Knee-Jerk Praise

Friday, 27 August, 2021 - 6:31 am

Sometimes, when attending or viewing a ballgame it’s difficult to assess exactly what’s happening on the field.  Nonetheless, it’s pretty clear when something favorable occurs to the team I support.  The field might be too crowded to decipher exactly what happened, but I’m certain that my team has control of the ball. Turns out it was a fumble recovery in our favor.  My excitement and cheering began before I even knew what had transpired.

In fact, I might need to wait for the announcer, the instant replay or a friend’s explanation to figure out what really occurred.  No matter. I’m cheering because I sense something went right for my team.

I may not know why I’m on board, but I am fully on board.

Now: Celebrate.

Later: Find out why.


In this week’s Parsha Ki Tavo we read about the mitzvah of bikkurim, offering the first fruits to the Almighty. The Torah enjoins us, “And it will be, when you come into the land which the Lord, your G-d, gives you for an inheritance, and you possess it and settle in it, that you shall take of the first of all the fruit of the ground, which you will bring from your land, which the L-rd, your G-d, is giving you. And you shall put them into a basket and go to the place which the Lord, your G-d, will choose to have His Name dwell there.”  The text continues to elaborate a prayer that was recited by the person bringing the fruit, including the key phrase, “And He brought us to this place, and He gave us this land, a land flowing with milk and honey.”

The Midrashic work, Sifrei, comments that this mitzvah was obligatory immediately upon entering the land of Israel, even prior to fully conquering and settling the land (which lasted 14 years).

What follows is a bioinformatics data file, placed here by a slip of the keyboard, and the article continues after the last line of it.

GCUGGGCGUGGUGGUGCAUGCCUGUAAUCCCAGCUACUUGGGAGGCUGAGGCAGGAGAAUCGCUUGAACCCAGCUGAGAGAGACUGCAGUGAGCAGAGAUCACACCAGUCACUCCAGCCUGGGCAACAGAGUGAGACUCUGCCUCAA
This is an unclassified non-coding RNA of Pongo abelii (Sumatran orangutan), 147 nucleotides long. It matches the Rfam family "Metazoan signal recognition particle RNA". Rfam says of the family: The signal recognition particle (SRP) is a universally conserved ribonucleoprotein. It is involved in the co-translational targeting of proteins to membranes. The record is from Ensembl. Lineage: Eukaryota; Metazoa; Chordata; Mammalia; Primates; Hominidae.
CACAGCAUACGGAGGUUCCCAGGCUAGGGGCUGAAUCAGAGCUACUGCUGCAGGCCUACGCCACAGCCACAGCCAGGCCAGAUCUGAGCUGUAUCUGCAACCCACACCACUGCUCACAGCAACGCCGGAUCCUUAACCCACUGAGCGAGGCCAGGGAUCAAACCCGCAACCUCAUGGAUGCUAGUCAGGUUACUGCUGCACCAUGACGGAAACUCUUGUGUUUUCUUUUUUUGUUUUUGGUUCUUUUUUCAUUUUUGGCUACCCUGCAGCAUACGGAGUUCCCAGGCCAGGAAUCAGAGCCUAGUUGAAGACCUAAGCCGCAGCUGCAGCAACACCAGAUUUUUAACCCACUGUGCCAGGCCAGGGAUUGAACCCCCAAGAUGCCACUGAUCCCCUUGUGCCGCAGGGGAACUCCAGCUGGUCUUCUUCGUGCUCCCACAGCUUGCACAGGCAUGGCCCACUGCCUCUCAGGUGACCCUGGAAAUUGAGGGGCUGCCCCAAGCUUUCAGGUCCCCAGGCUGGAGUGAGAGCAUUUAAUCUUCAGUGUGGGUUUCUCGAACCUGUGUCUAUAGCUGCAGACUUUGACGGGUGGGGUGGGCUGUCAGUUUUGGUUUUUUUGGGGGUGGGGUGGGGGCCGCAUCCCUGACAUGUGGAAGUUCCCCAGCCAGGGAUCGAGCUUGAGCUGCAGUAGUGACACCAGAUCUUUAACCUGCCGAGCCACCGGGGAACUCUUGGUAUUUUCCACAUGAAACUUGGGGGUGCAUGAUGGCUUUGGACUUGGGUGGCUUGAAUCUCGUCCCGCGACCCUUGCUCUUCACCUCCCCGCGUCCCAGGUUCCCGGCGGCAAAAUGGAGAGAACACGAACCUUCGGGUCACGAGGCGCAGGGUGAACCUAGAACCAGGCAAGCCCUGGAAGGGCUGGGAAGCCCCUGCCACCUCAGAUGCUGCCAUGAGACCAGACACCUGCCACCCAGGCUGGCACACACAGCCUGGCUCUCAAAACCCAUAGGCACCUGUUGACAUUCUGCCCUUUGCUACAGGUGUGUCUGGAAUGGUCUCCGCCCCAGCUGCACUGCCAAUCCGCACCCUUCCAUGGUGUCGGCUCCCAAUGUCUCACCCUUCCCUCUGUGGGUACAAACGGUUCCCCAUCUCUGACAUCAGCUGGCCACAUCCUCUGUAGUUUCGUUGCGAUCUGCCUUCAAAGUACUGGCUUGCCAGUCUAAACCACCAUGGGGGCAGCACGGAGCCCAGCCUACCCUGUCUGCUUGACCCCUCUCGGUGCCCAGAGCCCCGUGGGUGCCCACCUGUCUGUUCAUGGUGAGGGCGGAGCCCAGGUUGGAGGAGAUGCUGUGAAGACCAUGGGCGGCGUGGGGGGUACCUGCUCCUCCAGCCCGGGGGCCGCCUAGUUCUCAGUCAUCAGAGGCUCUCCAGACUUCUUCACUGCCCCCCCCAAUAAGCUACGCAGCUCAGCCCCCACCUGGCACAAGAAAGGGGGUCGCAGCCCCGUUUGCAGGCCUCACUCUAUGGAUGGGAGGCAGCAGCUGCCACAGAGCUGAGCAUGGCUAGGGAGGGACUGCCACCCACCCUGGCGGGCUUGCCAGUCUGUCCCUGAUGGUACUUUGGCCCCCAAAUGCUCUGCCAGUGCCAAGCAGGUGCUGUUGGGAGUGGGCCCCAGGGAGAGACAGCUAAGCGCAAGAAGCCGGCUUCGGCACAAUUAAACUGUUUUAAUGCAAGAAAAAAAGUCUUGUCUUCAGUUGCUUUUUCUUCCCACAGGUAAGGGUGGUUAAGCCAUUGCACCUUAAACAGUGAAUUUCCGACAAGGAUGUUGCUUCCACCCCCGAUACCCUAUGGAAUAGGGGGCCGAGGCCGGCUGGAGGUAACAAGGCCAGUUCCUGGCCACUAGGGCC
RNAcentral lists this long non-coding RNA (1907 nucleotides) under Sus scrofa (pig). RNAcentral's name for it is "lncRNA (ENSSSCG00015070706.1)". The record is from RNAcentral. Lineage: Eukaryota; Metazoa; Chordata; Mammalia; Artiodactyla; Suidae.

How could one bless G-d for a land flowing with milk and honey when we have not yet entirely captured it, let alone discovered its milk and honey?


The Chassidic Rebbes explain that the answer lies in the secret of the Modeh Ani prayer. When we arise in the morning – prior to washing one’s hands or dressing – we recite, “I offer thanks to You, O living and everlasting king, for having restored my soul within me; great is Your faithfulness.”

We have not yet left our beds. We have not had a chance to reflect on the beauty of a new day.  Our minds are still foggy from sleep, our bodies are beginning to acclimate to the world around us. But we are already praising G-d.

How can we offer thanks in this barely-conscious condition? Should we not wait until we have visited the restroom, dressed and had a moment to study and appreciate the gift of life we have just received? Why pray in bed? Does G-d want our half-baked offering of gratitude?


The Mystics clarify that this prayer represents the gut reaction of the soul to life itself.  True, we are unable to detail the virtues of life. We are not yet capable of philosophizing on G-d’s greatness. But we are certain of one thing. I’m alive. And it’s because of Him. Gee. Thanks!

Though our knowledge is primitive and indistinct, it stems from an untainted degree of the soul; the purity of the naked soul itself bursts forth.


This, too, is the meaning of offering bikkurim immediately upon arrival in Israel. We don’t yet know how to define the advantages of the Holy Land. But we do recognize it’s special. And for that we offer immediate praise to G-d.


As we prepare for Rosh Hashana, which commemorates the creation of the world, let us offer thanks to Hashem for the brilliant universe we occupy. Nowadays, it is becoming ever clearer just how intricate it is.  We’ll figure out the details later.

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